How many of you think this was spoken for some other family? Some other situation. Surely, not yours.
Who is my mother?
When you became a believer, everything changed. You accepted a higher calling and your allegiance shifted from your birth family to your spiritual one. Listen again to what Christ said:
While he yet talked to the people, behold, his mother and his brethren stood without, desiring to speak with him.
Then one said unto him, Behold, thy mother and thy brethren stand without, desiring to speak with thee.
But he answered and said unto him that told him, Who is my mother? and who are my brethren?
And he stretched forth his hand toward his disciples, and said, Behold my mother and my brethren!
For whosoever shall do the will of my Father which is in heaven, the same is my brother, and sister, and mother. Matthew 12:46–50
When your family becomes a detriment to your faith, causing you to compromise your beliefs and become tolerant of sin, then it’s time to let them go.
Your true family is anyone who honors and obeys God and does His will. It’s that simple. But it becomes complicated when we let our emotions reign and cause us to waver.
King Solomon stumbled here. He allowed the emotional pull of pleasing his many wives to sway him into dishonoring God. He allowed his feelings to interfere with his obedience to the Most High God.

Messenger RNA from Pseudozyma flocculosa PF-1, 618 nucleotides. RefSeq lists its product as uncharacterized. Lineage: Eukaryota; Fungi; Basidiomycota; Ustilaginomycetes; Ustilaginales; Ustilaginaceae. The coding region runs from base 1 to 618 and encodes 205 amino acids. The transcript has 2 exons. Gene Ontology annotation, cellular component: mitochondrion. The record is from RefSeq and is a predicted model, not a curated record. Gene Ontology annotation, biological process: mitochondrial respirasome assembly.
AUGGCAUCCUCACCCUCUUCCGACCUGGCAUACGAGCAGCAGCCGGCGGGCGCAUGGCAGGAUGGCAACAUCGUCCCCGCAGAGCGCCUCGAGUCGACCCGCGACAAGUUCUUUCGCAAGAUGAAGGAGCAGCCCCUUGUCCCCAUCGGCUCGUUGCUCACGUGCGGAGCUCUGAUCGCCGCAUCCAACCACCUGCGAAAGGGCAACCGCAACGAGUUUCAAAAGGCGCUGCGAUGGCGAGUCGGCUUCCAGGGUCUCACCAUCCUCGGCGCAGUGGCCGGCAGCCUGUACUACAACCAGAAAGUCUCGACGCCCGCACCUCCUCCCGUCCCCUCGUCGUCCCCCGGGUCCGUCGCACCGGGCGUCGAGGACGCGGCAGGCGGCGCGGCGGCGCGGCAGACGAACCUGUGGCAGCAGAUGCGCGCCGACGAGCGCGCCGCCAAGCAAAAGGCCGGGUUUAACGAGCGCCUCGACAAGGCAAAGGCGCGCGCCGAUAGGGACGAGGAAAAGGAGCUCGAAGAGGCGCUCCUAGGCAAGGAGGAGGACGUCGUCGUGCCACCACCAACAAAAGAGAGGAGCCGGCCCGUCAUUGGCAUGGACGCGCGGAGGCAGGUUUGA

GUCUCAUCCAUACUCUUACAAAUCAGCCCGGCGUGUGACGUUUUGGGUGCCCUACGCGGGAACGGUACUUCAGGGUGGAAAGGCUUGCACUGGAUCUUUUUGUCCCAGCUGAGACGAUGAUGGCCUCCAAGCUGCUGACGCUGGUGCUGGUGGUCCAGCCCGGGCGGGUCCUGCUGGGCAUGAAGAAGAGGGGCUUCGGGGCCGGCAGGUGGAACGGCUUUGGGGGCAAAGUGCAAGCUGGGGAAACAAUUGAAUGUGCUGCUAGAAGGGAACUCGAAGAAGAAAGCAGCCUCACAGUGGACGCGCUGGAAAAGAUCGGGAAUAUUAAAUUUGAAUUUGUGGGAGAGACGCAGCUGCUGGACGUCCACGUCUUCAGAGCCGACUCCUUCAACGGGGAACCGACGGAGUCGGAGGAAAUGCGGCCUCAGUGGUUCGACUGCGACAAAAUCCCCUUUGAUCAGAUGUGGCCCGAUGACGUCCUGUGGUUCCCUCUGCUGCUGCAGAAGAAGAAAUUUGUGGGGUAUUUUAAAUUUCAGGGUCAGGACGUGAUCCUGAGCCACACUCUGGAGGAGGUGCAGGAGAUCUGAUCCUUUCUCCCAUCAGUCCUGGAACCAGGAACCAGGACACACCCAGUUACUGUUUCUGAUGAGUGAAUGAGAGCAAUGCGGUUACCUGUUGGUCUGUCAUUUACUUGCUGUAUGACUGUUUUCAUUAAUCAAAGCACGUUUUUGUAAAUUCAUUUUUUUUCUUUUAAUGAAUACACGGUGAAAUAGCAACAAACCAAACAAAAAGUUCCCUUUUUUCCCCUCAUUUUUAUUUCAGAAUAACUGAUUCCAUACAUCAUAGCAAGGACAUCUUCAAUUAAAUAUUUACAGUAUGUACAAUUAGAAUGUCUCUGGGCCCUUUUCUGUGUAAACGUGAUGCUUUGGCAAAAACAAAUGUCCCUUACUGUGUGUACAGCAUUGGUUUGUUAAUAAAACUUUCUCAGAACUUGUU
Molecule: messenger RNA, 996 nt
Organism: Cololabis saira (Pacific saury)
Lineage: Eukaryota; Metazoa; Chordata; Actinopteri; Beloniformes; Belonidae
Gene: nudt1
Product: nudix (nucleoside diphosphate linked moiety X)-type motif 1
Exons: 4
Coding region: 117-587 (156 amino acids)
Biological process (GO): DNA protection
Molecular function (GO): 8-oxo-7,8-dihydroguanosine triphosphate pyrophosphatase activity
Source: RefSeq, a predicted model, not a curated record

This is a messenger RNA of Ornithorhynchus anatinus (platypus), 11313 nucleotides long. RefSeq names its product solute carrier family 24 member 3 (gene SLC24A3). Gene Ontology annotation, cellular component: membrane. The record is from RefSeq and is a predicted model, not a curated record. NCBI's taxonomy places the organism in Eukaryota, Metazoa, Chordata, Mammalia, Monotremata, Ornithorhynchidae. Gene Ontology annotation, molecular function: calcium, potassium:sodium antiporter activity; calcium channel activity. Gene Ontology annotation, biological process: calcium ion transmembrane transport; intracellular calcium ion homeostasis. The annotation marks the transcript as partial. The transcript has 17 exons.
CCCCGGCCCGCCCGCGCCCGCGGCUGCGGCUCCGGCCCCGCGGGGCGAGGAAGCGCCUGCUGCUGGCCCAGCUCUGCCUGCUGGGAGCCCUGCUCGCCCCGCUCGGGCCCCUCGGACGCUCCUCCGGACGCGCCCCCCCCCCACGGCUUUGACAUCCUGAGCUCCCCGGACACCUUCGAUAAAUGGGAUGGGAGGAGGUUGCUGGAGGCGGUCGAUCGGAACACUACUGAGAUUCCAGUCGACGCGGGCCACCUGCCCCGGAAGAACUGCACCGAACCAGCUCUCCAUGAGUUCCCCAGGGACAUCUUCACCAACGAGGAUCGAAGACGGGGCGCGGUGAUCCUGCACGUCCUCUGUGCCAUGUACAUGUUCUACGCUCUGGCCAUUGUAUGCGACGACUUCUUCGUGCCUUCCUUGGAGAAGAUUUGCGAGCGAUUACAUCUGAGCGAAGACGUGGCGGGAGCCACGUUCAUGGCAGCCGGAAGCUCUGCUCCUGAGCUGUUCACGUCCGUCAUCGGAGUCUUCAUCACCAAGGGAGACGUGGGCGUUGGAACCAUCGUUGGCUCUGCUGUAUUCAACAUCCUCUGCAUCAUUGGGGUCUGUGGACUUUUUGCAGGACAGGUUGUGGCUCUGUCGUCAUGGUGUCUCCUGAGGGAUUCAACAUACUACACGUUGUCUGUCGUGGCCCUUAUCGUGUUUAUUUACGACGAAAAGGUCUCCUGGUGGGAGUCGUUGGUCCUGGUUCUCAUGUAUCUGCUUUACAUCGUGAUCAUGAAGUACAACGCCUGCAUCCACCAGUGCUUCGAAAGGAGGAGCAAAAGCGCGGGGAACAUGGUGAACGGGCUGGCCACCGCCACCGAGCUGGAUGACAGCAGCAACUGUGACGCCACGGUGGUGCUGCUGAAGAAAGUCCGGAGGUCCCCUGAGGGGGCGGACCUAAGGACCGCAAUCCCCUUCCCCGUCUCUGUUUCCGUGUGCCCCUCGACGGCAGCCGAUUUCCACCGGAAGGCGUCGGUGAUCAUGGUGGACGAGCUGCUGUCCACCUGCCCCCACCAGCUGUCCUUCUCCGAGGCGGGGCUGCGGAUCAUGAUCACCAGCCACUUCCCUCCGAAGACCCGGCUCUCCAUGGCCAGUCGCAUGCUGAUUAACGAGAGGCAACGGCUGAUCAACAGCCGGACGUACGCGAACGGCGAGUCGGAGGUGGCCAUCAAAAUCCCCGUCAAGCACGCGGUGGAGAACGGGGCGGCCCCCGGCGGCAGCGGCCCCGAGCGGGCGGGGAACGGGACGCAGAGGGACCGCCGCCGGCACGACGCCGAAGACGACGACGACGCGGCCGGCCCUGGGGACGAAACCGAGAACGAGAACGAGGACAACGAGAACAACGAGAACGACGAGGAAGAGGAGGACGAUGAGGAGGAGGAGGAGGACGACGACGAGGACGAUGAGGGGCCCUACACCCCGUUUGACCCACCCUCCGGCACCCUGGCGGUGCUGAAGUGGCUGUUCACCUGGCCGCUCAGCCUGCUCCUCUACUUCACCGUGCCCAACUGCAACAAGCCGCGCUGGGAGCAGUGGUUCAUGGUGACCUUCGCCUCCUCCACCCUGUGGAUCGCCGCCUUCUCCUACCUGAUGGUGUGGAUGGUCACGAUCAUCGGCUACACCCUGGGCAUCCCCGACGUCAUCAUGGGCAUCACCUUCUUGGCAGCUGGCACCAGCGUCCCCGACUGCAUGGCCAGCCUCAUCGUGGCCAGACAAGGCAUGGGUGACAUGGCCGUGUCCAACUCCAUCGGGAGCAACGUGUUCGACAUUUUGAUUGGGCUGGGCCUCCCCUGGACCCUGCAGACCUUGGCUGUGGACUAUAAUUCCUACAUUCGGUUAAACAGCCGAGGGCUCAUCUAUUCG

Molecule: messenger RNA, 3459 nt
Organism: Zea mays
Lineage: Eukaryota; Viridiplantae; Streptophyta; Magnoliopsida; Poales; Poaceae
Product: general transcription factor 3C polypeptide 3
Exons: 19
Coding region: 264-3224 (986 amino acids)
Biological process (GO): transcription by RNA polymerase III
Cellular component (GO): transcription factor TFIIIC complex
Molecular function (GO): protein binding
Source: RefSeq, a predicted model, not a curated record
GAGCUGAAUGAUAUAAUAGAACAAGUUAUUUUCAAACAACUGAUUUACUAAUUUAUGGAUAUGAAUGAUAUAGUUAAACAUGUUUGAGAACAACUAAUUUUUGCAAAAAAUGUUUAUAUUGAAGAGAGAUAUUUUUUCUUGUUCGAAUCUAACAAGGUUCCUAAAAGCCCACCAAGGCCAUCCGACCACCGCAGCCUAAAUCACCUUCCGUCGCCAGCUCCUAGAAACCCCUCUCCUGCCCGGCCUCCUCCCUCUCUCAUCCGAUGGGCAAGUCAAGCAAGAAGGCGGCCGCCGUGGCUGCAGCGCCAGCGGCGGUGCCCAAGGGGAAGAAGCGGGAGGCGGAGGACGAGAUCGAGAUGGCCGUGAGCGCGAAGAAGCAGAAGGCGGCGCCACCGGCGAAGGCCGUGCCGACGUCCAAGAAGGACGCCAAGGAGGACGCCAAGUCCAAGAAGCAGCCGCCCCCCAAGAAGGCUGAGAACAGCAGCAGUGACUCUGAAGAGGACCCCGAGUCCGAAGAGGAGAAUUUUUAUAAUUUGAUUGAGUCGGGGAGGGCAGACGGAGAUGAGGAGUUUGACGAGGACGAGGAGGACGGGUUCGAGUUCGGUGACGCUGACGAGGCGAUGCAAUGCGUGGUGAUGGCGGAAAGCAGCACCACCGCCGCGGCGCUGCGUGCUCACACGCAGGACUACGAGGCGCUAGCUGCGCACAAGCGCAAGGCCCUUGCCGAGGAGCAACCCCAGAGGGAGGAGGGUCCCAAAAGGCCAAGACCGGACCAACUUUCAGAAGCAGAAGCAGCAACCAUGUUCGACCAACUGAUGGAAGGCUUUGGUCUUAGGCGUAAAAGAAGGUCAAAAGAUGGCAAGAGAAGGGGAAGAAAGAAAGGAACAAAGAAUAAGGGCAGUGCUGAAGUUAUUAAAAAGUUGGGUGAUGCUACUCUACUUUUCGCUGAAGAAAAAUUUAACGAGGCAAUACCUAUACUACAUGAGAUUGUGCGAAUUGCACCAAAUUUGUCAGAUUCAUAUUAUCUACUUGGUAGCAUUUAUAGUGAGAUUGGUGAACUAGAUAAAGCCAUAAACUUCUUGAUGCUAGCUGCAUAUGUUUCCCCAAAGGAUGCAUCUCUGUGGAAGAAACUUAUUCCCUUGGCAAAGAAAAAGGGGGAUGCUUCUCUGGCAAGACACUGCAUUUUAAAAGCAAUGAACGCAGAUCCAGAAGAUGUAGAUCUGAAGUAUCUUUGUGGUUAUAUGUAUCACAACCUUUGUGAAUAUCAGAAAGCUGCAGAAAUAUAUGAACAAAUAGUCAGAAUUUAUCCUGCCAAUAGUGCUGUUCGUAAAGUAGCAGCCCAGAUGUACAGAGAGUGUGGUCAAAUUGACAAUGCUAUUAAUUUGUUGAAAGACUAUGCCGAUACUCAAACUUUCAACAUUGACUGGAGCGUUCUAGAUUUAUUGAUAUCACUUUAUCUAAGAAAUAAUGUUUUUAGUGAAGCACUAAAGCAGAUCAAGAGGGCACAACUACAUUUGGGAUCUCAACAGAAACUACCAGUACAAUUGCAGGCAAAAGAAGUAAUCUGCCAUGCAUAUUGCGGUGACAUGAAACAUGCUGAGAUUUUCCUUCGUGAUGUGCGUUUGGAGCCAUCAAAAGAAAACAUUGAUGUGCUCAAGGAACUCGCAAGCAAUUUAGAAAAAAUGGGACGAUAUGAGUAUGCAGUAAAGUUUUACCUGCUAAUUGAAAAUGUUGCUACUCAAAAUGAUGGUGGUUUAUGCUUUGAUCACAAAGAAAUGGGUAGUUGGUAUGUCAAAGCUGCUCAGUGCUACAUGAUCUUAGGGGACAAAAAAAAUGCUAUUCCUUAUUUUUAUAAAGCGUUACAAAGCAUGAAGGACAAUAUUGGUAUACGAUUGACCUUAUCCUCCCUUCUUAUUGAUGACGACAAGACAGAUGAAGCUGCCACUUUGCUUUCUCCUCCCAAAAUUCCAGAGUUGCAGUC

And he was the wisest man who ever lived!
How much more should we be on guard and prevent the influence of others that would corrupt our Christian walk?
Our parental duty
As parents, we have an even greater responsibility to protect our children from the powerful sway family members have over them.
Grandparents, aunts, uncles, cousins, friends, anyone who they look up to but who do not hold the doctrine of Christ as sacred can detrimentally affect their spiritual lives.
Now I beseech you, brethren, mark them which cause divisions and offences contrary to the doctrine which ye have learned; and avoid them. For they that are such serve not our Lord Jesus Christ, but their own belly; and by good words and fair speeches deceive the hearts of the simple. Romans 16:17–18
The older generation ruins the next while they proudly proclaim to them freedom and their tainted version of love. The young are deceived and their future destroyed as they grow up repeating the same damaging ideology they witnessed.
Whole families implode.
Be not deceived: evil communications corrupt good manners. 1 Corinthians 15:33
Those you surround yourself with will affect your life one way or another, dear Christian.
Either they will build up your faith or tear it down. This is vitally important to understand. It only takes but a small splinter of compromise here and a tiny infection of doubt there to invade the whole body.
Remember: a little leaven leavens the whole lump (Galatians 5:9)!
Are you willing to forsake your family for Christ?
If any man come to me, and hate not his father, and mother, and wife, and children, and brethren, and sisters, yea, and his own life also, he cannot be my disciple. And whosoever doth not bear his cross, and come after me, cannot be my disciple. Luke 14:26–27